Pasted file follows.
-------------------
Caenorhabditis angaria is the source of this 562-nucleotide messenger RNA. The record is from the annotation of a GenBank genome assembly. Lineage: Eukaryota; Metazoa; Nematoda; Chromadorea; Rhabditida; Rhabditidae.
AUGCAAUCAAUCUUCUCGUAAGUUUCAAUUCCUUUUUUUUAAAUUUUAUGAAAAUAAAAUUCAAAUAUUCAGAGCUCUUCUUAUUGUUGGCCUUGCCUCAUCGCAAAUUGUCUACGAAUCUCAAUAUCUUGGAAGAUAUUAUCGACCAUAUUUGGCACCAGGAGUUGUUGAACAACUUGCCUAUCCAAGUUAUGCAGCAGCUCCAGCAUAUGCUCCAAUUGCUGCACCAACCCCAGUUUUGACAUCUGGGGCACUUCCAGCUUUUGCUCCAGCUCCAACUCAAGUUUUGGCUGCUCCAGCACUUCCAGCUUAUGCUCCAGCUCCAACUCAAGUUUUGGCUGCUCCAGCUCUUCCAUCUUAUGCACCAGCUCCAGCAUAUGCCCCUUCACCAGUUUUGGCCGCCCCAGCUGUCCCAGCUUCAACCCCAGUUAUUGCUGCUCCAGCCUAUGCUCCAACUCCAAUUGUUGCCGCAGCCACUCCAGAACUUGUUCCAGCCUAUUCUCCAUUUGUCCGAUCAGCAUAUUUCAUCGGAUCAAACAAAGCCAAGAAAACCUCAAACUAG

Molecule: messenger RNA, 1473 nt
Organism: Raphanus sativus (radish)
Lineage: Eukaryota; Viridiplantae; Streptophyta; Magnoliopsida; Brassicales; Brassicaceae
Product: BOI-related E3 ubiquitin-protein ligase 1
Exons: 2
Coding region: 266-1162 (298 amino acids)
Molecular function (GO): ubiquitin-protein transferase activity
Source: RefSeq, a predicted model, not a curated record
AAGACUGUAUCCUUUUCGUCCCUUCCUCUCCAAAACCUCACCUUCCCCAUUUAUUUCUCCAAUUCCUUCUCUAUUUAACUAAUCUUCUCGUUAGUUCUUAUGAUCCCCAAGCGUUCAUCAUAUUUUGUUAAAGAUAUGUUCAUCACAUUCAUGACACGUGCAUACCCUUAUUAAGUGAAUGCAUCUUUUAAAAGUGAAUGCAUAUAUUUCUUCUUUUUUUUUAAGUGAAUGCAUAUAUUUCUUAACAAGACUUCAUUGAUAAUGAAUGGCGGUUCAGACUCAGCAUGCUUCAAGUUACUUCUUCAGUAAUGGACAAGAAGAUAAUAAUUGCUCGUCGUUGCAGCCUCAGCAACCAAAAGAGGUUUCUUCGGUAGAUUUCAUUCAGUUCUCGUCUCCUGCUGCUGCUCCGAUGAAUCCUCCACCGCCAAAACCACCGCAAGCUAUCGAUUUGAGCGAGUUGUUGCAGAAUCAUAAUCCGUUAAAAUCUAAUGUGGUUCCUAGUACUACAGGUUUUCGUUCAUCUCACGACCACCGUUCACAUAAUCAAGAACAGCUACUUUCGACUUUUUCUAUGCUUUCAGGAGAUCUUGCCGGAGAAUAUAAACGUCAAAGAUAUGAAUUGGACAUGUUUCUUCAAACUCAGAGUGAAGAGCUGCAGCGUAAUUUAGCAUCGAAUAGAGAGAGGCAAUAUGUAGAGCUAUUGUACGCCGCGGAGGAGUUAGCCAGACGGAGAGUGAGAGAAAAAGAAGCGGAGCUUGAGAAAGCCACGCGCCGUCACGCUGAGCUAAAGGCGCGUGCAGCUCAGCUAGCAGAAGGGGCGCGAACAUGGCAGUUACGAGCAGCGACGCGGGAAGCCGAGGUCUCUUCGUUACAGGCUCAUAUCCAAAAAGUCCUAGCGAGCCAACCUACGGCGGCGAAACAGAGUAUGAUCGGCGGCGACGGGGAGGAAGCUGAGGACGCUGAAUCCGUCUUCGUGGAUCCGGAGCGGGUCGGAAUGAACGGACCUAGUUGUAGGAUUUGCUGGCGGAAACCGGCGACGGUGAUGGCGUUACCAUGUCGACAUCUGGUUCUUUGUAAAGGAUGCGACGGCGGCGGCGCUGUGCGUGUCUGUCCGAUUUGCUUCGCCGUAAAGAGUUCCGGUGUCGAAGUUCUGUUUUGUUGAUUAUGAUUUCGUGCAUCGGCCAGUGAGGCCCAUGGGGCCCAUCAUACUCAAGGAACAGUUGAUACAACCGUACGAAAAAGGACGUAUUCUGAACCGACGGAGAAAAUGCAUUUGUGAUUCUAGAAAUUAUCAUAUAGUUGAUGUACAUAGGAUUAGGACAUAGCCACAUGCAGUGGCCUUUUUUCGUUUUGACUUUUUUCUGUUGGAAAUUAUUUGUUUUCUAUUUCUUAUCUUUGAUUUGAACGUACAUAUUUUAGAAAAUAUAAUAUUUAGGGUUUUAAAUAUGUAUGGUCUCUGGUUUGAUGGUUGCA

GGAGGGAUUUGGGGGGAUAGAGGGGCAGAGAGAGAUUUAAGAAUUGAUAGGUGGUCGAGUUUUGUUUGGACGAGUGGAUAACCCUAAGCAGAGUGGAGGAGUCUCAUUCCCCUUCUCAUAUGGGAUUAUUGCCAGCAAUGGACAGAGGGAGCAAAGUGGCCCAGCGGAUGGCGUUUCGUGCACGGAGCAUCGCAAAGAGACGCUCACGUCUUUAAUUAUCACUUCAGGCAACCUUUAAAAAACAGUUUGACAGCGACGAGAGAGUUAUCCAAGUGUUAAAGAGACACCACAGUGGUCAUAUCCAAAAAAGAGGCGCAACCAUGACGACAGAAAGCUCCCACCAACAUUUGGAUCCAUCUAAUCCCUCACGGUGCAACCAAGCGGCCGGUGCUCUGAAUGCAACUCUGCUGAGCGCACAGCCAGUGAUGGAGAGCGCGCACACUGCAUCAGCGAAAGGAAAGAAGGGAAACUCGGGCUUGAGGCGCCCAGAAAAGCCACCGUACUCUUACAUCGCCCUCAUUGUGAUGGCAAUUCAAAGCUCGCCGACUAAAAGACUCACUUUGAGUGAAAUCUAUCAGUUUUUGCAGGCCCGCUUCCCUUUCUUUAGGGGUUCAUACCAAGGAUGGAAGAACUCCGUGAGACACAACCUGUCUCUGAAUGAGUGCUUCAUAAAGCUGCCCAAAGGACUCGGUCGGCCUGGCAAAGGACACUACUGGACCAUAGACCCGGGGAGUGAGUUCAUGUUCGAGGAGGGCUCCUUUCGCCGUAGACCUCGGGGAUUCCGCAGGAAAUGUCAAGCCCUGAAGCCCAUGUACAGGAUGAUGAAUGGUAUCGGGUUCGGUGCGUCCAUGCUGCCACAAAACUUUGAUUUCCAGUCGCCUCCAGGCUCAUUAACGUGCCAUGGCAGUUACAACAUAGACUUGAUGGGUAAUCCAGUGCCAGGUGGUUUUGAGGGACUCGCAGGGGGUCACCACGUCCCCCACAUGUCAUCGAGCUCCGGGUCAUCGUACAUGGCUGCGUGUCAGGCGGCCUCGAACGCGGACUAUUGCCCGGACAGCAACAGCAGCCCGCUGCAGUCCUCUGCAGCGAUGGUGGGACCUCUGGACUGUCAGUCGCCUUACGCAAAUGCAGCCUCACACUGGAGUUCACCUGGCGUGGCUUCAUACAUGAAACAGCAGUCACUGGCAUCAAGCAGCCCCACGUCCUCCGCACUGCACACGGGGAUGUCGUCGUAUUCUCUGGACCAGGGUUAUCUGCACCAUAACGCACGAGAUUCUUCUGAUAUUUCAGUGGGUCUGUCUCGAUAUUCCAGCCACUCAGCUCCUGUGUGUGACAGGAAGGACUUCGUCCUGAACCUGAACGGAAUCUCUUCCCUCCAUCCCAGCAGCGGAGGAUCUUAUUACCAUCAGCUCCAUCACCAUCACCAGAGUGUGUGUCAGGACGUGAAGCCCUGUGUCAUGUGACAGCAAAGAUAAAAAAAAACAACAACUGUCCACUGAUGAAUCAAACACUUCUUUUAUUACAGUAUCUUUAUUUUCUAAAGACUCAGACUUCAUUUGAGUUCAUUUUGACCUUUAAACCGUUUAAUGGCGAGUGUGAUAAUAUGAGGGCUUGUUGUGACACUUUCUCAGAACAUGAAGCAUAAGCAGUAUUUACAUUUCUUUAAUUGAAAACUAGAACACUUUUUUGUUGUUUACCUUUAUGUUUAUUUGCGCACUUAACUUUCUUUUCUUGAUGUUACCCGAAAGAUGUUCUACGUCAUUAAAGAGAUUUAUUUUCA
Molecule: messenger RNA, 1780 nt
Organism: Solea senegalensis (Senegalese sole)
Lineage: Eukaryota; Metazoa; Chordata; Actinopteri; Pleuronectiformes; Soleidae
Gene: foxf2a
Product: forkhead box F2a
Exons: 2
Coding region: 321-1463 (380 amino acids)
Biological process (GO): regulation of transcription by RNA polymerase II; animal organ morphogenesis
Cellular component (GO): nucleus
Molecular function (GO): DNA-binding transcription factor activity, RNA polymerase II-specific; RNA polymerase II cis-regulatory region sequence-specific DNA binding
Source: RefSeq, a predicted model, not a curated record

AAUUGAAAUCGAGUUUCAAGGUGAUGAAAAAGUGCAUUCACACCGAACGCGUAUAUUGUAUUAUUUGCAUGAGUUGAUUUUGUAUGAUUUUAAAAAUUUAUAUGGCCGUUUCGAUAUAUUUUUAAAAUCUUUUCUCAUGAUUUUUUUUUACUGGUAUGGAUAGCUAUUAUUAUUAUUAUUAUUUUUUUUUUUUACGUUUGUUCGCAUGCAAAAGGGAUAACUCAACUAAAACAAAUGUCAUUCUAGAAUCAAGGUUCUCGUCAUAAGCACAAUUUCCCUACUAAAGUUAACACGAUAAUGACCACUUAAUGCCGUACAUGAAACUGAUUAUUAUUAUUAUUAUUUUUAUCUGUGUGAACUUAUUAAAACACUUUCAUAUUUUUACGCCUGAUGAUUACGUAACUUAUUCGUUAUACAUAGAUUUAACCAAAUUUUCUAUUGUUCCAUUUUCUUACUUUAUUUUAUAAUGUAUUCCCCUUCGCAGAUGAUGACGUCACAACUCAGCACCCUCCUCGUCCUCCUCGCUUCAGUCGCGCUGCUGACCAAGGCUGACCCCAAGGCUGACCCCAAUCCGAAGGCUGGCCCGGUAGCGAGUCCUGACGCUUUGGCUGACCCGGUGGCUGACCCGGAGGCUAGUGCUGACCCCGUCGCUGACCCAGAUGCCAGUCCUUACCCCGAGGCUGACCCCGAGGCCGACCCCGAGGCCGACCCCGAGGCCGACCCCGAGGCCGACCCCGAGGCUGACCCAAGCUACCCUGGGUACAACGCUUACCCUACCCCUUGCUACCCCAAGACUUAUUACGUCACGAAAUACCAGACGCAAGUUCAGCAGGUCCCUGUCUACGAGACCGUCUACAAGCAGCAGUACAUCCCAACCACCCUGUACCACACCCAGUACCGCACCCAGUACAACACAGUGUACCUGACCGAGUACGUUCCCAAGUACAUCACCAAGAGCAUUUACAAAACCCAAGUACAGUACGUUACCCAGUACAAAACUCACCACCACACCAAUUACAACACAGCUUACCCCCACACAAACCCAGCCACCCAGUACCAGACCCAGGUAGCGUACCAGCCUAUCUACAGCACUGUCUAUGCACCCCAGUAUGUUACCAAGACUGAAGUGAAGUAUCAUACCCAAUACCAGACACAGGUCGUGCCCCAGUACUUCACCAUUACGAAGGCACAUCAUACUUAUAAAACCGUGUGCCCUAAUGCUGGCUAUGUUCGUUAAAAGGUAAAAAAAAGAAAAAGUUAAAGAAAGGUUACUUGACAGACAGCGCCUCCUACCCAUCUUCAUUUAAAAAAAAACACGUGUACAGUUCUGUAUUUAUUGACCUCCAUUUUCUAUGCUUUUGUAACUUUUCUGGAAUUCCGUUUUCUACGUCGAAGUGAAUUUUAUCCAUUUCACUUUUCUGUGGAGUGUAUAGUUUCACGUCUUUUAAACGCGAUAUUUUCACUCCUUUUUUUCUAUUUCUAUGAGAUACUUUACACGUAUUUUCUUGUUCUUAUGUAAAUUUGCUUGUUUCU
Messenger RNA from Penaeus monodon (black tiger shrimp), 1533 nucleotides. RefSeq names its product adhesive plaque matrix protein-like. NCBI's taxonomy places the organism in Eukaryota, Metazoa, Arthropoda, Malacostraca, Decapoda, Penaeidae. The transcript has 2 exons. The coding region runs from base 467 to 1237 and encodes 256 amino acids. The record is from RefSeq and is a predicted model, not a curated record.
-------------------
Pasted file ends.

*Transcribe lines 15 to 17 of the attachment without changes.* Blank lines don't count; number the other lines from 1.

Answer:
Lineage: Eukaryota; Metazoa; Chordata; Actinopteri; Pleuronectiformes; Soleidae
Gene: foxf2a
Product: forkhead box F2a